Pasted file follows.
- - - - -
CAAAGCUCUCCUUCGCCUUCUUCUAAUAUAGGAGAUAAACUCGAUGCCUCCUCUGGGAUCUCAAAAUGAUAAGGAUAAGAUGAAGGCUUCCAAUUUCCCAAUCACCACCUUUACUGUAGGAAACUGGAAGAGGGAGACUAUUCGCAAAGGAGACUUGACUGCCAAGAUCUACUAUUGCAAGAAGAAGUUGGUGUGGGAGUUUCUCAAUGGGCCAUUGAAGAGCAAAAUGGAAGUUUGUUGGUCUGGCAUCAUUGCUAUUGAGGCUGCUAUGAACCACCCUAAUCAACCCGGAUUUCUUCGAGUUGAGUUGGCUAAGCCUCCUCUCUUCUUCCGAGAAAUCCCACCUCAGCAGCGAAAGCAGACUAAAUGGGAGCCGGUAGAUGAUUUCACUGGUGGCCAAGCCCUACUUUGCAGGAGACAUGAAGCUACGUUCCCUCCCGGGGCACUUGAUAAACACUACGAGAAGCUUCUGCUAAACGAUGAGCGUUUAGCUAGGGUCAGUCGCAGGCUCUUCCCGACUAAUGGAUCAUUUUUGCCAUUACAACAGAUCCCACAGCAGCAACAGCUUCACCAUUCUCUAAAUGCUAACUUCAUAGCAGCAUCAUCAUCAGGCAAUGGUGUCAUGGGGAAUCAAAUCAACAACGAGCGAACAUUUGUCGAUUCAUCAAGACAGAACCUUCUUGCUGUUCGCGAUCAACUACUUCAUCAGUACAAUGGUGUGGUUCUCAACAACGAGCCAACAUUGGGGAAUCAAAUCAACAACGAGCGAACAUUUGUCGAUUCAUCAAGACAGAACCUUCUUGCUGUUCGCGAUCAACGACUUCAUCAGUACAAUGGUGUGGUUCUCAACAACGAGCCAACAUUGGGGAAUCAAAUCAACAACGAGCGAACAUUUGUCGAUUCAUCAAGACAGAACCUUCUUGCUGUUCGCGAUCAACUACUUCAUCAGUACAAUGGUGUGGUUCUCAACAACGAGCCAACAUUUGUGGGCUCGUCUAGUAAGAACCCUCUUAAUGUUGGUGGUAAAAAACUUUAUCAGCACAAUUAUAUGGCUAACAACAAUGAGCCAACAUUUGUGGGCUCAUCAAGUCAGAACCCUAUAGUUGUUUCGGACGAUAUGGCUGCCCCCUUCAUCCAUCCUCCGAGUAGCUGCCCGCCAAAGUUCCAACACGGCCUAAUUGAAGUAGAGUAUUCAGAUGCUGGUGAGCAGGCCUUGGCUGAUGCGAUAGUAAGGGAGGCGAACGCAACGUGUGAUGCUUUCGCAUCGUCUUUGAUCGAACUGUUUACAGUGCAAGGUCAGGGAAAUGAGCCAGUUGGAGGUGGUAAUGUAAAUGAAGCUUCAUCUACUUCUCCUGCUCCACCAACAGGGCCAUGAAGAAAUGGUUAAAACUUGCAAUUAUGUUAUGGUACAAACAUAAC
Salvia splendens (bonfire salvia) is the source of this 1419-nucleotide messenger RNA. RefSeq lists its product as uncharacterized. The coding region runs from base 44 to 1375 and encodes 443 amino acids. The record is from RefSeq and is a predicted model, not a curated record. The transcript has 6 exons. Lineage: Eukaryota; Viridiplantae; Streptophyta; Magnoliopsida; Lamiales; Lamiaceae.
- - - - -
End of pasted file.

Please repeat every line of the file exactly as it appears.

CAAAGCUCUCCUUCGCCUUCUUCUAAUAUAGGAGAUAAACUCGAUGCCUCCUCUGGGAUCUCAAAAUGAUAAGGAUAAGAUGAAGGCUUCCAAUUUCCCAAUCACCACCUUUACUGUAGGAAACUGGAAGAGGGAGACUAUUCGCAAAGGAGACUUGACUGCCAAGAUCUACUAUUGCAAGAAGAAGUUGGUGUGGGAGUUUCUCAAUGGGCCAUUGAAGAGCAAAAUGGAAGUUUGUUGGUCUGGCAUCAUUGCUAUUGAGGCUGCUAUGAACCACCCUAAUCAACCCGGAUUUCUUCGAGUUGAGUUGGCUAAGCCUCCUCUCUUCUUCCGAGAAAUCCCACCUCAGCAGCGAAAGCAGACUAAAUGGGAGCCGGUAGAUGAUUUCACUGGUGGCCAAGCCCUACUUUGCAGGAGACAUGAAGCUACGUUCCCUCCCGGGGCACUUGAUAAACACUACGAGAAGCUUCUGCUAAACGAUGAGCGUUUAGCUAGGGUCAGUCGCAGGCUCUUCCCGACUAAUGGAUCAUUUUUGCCAUUACAACAGAUCCCACAGCAGCAACAGCUUCACCAUUCUCUAAAUGCUAACUUCAUAGCAGCAUCAUCAUCAGGCAAUGGUGUCAUGGGGAAUCAAAUCAACAACGAGCGAACAUUUGUCGAUUCAUCAAGACAGAACCUUCUUGCUGUUCGCGAUCAACUACUUCAUCAGUACAAUGGUGUGGUUCUCAACAACGAGCCAACAUUGGGGAAUCAAAUCAACAACGAGCGAACAUUUGUCGAUUCAUCAAGACAGAACCUUCUUGCUGUUCGCGAUCAACGACUUCAUCAGUACAAUGGUGUGGUUCUCAACAACGAGCCAACAUUGGGGAAUCAAAUCAACAACGAGCGAACAUUUGUCGAUUCAUCAAGACAGAACCUUCUUGCUGUUCGCGAUCAACUACUUCAUCAGUACAAUGGUGUGGUUCUCAACAACGAGCCAACAUUUGUGGGCUCGUCUAGUAAGAACCCUCUUAAUGUUGGUGGUAAAAAACUUUAUCAGCACAAUUAUAUGGCUAACAACAAUGAGCCAACAUUUGUGGGCUCAUCAAGUCAGAACCCUAUAGUUGUUUCGGACGAUAUGGCUGCCCCCUUCAUCCAUCCUCCGAGUAGCUGCCCGCCAAAGUUCCAACACGGCCUAAUUGAAGUAGAGUAUUCAGAUGCUGGUGAGCAGGCCUUGGCUGAUGCGAUAGUAAGGGAGGCGAACGCAACGUGUGAUGCUUUCGCAUCGUCUUUGAUCGAACUGUUUACAGUGCAAGGUCAGGGAAAUGAGCCAGUUGGAGGUGGUAAUGUAAAUGAAGCUUCAUCUACUUCUCCUGCUCCACCAACAGGGCCAUGAAGAAAUGGUUAAAACUUGCAAUUAUGUUAUGGUACAAACAUAAC
Salvia splendens (bonfire salvia) is the source of this 1419-nucleotide messenger RNA. RefSeq lists its product as uncharacterized. The coding region runs from base 44 to 1375 and encodes 443 amino acids. The record is from RefSeq and is a predicted model, not a curated record. The transcript has 6 exons. Lineage: Eukaryota; Viridiplantae; Streptophyta; Magnoliopsida; Lamiales; Lamiaceae.